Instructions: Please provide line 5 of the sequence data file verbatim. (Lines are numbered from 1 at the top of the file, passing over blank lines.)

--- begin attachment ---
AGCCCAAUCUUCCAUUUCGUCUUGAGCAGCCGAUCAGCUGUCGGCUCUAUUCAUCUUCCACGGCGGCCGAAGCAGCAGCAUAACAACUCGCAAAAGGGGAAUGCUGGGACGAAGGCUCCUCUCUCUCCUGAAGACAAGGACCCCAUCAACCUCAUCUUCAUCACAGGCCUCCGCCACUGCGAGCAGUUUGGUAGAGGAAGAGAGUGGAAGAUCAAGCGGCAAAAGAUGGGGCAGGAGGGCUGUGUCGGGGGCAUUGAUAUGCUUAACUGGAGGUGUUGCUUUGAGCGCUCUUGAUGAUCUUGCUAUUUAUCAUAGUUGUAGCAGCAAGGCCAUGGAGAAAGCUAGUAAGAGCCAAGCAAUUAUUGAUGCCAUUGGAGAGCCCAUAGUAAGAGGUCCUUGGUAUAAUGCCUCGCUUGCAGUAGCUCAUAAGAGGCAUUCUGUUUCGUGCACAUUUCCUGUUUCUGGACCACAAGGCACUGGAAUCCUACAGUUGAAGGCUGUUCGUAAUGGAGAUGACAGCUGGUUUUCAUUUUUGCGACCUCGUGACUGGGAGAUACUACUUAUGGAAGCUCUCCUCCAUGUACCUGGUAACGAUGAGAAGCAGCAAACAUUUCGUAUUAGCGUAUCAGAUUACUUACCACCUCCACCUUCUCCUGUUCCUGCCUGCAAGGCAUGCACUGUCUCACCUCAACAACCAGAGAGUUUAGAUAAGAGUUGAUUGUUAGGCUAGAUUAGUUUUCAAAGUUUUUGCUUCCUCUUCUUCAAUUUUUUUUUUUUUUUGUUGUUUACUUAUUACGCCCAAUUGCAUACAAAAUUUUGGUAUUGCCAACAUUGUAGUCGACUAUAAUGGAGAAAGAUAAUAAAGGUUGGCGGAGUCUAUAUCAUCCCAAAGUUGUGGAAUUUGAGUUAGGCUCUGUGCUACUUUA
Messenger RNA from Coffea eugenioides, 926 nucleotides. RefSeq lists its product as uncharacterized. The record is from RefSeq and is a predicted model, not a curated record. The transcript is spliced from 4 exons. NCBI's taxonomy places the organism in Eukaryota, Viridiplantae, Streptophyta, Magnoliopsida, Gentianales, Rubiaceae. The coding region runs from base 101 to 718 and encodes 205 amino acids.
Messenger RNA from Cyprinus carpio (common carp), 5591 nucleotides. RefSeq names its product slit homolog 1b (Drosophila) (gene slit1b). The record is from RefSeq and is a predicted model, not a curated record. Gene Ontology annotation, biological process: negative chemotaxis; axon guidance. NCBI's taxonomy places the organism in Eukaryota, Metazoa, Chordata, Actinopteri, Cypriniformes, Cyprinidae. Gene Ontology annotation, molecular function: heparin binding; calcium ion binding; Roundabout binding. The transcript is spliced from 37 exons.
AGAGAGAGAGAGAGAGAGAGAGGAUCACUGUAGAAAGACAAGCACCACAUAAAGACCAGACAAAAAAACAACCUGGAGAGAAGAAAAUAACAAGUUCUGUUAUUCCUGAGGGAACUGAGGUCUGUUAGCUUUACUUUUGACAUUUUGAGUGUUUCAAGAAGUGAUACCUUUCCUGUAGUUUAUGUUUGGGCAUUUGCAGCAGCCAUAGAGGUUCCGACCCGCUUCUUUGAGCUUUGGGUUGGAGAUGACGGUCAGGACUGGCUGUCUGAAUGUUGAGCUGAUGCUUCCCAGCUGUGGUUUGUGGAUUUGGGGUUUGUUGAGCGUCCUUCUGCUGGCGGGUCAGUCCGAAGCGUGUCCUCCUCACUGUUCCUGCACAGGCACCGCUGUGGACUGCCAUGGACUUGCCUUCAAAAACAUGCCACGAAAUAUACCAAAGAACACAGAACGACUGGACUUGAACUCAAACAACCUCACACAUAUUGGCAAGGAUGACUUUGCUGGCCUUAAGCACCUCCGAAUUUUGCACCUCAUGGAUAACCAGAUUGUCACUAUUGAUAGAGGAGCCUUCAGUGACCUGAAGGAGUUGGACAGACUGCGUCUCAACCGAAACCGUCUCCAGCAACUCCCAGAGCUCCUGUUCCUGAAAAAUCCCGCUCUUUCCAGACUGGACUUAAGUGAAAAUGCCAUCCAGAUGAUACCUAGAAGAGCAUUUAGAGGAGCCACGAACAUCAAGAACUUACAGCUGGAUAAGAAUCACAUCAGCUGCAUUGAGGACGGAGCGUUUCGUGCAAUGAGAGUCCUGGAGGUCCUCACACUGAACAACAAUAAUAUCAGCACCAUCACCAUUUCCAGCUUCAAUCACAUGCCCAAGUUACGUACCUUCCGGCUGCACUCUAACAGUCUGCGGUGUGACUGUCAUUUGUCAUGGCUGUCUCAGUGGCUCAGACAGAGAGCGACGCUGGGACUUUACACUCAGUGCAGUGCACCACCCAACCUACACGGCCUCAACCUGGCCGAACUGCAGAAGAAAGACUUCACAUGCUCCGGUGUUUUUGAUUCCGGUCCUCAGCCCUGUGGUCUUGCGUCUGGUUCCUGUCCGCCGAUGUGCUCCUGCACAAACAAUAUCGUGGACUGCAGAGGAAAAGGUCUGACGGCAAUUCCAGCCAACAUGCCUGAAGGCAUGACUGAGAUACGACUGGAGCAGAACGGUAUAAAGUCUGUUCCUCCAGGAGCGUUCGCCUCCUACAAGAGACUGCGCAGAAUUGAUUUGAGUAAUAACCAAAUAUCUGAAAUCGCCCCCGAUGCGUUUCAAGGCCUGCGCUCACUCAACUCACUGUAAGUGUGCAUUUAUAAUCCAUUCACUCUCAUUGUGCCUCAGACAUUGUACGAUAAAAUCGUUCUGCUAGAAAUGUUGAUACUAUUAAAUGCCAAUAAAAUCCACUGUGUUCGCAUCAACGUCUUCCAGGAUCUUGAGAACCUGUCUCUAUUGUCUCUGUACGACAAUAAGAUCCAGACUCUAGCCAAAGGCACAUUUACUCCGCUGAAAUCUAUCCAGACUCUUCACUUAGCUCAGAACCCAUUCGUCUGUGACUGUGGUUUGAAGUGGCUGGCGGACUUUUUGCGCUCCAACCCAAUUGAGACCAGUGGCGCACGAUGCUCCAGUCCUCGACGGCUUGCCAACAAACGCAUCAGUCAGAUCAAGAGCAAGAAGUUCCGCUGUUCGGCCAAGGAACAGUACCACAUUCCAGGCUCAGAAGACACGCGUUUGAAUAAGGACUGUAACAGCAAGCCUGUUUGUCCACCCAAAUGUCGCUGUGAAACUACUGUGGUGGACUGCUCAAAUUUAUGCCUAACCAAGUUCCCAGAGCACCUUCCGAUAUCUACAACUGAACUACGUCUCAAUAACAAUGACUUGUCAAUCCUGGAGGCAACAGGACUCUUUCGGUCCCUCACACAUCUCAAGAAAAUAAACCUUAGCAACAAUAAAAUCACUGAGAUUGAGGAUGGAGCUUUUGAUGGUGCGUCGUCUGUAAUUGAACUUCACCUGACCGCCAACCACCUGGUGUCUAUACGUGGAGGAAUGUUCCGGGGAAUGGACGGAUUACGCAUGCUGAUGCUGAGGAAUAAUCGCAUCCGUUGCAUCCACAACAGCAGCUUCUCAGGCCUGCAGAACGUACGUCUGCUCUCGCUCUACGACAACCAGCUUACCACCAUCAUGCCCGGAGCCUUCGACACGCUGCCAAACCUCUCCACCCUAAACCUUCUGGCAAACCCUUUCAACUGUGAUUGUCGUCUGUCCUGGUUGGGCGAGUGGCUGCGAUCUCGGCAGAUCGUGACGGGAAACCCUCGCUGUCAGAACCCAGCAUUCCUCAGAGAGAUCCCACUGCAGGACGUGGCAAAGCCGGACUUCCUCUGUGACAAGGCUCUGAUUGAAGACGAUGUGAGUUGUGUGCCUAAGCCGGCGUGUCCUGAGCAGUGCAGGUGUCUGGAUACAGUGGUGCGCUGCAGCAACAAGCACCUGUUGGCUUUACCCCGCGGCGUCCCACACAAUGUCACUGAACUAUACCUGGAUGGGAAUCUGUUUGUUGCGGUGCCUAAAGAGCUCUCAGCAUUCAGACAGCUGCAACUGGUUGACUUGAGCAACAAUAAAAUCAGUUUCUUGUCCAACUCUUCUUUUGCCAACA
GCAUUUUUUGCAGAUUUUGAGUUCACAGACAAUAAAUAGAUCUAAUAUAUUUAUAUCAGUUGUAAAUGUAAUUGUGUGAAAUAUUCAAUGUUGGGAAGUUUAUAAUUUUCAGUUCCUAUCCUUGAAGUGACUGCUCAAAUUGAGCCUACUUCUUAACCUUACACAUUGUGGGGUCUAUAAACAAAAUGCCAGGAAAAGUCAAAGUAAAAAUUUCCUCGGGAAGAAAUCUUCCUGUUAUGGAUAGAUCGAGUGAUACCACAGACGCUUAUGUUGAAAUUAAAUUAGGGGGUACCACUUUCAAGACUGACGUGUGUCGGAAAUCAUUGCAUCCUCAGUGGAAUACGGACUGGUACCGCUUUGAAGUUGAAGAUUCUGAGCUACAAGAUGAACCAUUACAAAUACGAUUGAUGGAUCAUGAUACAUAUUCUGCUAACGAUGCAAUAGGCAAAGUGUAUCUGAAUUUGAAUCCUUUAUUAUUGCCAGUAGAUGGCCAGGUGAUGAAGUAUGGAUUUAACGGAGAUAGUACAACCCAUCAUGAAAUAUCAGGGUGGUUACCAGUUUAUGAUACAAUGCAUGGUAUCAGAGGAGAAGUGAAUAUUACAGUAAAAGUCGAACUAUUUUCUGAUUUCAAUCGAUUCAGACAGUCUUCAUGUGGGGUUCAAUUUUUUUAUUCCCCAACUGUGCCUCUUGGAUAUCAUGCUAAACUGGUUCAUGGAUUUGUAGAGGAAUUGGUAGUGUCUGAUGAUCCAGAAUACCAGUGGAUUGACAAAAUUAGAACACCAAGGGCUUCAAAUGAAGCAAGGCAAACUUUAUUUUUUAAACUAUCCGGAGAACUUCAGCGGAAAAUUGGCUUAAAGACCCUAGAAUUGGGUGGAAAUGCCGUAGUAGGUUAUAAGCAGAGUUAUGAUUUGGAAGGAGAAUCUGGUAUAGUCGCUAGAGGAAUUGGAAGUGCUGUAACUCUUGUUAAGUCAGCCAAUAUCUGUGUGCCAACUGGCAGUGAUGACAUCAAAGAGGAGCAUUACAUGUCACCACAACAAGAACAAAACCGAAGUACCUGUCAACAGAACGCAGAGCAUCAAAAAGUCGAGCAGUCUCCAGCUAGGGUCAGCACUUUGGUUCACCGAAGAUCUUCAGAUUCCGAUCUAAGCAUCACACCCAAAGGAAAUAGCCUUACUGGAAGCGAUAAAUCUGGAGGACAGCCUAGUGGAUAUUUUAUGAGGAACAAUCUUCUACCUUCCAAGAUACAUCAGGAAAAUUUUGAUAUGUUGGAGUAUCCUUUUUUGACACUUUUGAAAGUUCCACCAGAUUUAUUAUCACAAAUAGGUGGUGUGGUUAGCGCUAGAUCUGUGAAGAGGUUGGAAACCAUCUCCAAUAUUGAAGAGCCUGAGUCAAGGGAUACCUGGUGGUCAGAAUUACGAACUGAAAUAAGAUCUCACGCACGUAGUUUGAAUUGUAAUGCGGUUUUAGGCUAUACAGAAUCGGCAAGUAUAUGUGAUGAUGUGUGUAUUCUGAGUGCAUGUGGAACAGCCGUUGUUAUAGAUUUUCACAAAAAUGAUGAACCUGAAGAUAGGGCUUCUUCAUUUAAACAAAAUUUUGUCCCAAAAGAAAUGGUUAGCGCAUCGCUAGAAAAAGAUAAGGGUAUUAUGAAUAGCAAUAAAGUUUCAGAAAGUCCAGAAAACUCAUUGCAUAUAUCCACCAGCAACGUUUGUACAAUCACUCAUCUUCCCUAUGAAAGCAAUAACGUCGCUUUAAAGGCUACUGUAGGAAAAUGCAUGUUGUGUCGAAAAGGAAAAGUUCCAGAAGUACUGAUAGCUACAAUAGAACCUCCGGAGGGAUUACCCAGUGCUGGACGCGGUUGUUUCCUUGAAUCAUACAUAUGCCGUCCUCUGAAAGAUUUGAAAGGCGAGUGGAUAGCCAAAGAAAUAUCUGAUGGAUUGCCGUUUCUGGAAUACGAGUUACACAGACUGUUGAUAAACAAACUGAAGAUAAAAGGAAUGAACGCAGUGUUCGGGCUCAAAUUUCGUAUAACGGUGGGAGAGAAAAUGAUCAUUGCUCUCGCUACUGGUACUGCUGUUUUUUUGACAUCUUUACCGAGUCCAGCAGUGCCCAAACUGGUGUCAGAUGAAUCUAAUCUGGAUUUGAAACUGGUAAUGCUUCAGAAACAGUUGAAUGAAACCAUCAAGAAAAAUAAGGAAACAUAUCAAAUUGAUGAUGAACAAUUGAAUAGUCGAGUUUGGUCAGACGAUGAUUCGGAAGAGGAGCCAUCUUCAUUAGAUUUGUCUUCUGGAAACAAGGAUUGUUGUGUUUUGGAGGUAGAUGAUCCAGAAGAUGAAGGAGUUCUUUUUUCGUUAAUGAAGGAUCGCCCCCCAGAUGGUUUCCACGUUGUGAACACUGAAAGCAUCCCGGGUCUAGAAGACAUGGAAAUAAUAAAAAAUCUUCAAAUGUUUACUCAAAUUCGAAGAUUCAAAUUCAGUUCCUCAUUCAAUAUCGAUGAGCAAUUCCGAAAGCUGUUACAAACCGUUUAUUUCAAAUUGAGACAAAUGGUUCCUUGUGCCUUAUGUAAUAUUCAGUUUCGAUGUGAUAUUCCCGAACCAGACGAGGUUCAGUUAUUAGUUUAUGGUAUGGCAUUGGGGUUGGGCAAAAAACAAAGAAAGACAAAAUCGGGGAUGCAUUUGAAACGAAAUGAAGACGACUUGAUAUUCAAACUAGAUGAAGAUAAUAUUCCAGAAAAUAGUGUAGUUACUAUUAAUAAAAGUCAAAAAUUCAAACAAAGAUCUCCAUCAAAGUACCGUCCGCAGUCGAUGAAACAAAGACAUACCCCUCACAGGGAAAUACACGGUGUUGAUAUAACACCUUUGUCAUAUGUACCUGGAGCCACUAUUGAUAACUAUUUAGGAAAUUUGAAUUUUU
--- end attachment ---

GCAUUUUUUGCAGAUUUUGAGUUCACAGACAAUAAAUAGAUCUAAUAUAUUUAUAUCAGUUGUAAAUGUAAUUGUGUGAAAUAUUCAAUGUUGGGAAGUUUAUAAUUUUCAGUUCCUAUCCUUGAAGUGACUGCUCAAAUUGAGCCUACUUCUUAACCUUACACAUUGUGGGGUCUAUAAACAAAAUGCCAGGAAAAGUCAAAGUAAAAAUUUCCUCGGGAAGAAAUCUUCCUGUUAUGGAUAGAUCGAGUGAUACCACAGACGCUUAUGUUGAAAUUAAAUUAGGGGGUACCACUUUCAAGACUGACGUGUGUCGGAAAUCAUUGCAUCCUCAGUGGAAUACGGACUGGUACCGCUUUGAAGUUGAAGAUUCUGAGCUACAAGAUGAACCAUUACAAAUACGAUUGAUGGAUCAUGAUACAUAUUCUGCUAACGAUGCAAUAGGCAAAGUGUAUCUGAAUUUGAAUCCUUUAUUAUUGCCAGUAGAUGGCCAGGUGAUGAAGUAUGGAUUUAACGGAGAUAGUACAACCCAUCAUGAAAUAUCAGGGUGGUUACCAGUUUAUGAUACAAUGCAUGGUAUCAGAGGAGAAGUGAAUAUUACAGUAAAAGUCGAACUAUUUUCUGAUUUCAAUCGAUUCAGACAGUCUUCAUGUGGGGUUCAAUUUUUUUAUUCCCCAACUGUGCCUCUUGGAUAUCAUGCUAAACUGGUUCAUGGAUUUGUAGAGGAAUUGGUAGUGUCUGAUGAUCCAGAAUACCAGUGGAUUGACAAAAUUAGAACACCAAGGGCUUCAAAUGAAGCAAGGCAAACUUUAUUUUUUAAACUAUCCGGAGAACUUCAGCGGAAAAUUGGCUUAAAGACCCUAGAAUUGGGUGGAAAUGCCGUAGUAGGUUAUAAGCAGAGUUAUGAUUUGGAAGGAGAAUCUGGUAUAGUCGCUAGAGGAAUUGGAAGUGCUGUAACUCUUGUUAAGUCAGCCAAUAUCUGUGUGCCAACUGGCAGUGAUGACAUCAAAGAGGAGCAUUACAUGUCACCACAACAAGAACAAAACCGAAGUACCUGUCAACAGAACGCAGAGCAUCAAAAAGUCGAGCAGUCUCCAGCUAGGGUCAGCACUUUGGUUCACCGAAGAUCUUCAGAUUCCGAUCUAAGCAUCACACCCAAAGGAAAUAGCCUUACUGGAAGCGAUAAAUCUGGAGGACAGCCUAGUGGAUAUUUUAUGAGGAACAAUCUUCUACCUUCCAAGAUACAUCAGGAAAAUUUUGAUAUGUUGGAGUAUCCUUUUUUGACACUUUUGAAAGUUCCACCAGAUUUAUUAUCACAAAUAGGUGGUGUGGUUAGCGCUAGAUCUGUGAAGAGGUUGGAAACCAUCUCCAAUAUUGAAGAGCCUGAGUCAAGGGAUACCUGGUGGUCAGAAUUACGAACUGAAAUAAGAUCUCACGCACGUAGUUUGAAUUGUAAUGCGGUUUUAGGCUAUACAGAAUCGGCAAGUAUAUGUGAUGAUGUGUGUAUUCUGAGUGCAUGUGGAACAGCCGUUGUUAUAGAUUUUCACAAAAAUGAUGAACCUGAAGAUAGGGCUUCUUCAUUUAAACAAAAUUUUGUCCCAAAAGAAAUGGUUAGCGCAUCGCUAGAAAAAGAUAAGGGUAUUAUGAAUAGCAAUAAAGUUUCAGAAAGUCCAGAAAACUCAUUGCAUAUAUCCACCAGCAACGUUUGUACAAUCACUCAUCUUCCCUAUGAAAGCAAUAACGUCGCUUUAAAGGCUACUGUAGGAAAAUGCAUGUUGUGUCGAAAAGGAAAAGUUCCAGAAGUACUGAUAGCUACAAUAGAACCUCCGGAGGGAUUACCCAGUGCUGGACGCGGUUGUUUCCUUGAAUCAUACAUAUGCCGUCCUCUGAAAGAUUUGAAAGGCGAGUGGAUAGCCAAAGAAAUAUCUGAUGGAUUGCCGUUUCUGGAAUACGAGUUACACAGACUGUUGAUAAACAAACUGAAGAUAAAAGGAAUGAACGCAGUGUUCGGGCUCAAAUUUCGUAUAACGGUGGGAGAGAAAAUGAUCAUUGCUCUCGCUACUGGUACUGCUGUUUUUUUGACAUCUUUACCGAGUCCAGCAGUGCCCAAACUGGUGUCAGAUGAAUCUAAUCUGGAUUUGAAACUGGUAAUGCUUCAGAAACAGUUGAAUGAAACCAUCAAGAAAAAUAAGGAAACAUAUCAAAUUGAUGAUGAACAAUUGAAUAGUCGAGUUUGGUCAGACGAUGAUUCGGAAGAGGAGCCAUCUUCAUUAGAUUUGUCUUCUGGAAACAAGGAUUGUUGUGUUUUGGAGGUAGAUGAUCCAGAAGAUGAAGGAGUUCUUUUUUCGUUAAUGAAGGAUCGCCCCCCAGAUGGUUUCCACGUUGUGAACACUGAAAGCAUCCCGGGUCUAGAAGACAUGGAAAUAAUAAAAAAUCUUCAAAUGUUUACUCAAAUUCGAAGAUUCAAAUUCAGUUCCUCAUUCAAUAUCGAUGAGCAAUUCCGAAAGCUGUUACAAACCGUUUAUUUCAAAUUGAGACAAAUGGUUCCUUGUGCCUUAUGUAAUAUUCAGUUUCGAUGUGAUAUUCCCGAACCAGACGAGGUUCAGUUAUUAGUUUAUGGUAUGGCAUUGGGGUUGGGCAAAAAACAAAGAAAGACAAAAUCGGGGAUGCAUUUGAAACGAAAUGAAGACGACUUGAUAUUCAAACUAGAUGAAGAUAAUAUUCCAGAAAAUAGUGUAGUUACUAUUAAUAAAAGUCAAAAAUUCAAACAAAGAUCUCCAUCAAAGUACCGUCCGCAGUCGAUGAAACAAAGACAUACCCCUCACAGGGAAAUACACGGUGUUGAUAUAACACCUUUGUCAUAUGUACCUGGAGCCACUAUUGAUAACUAUUUAGGAAAUUUGAAUUUUU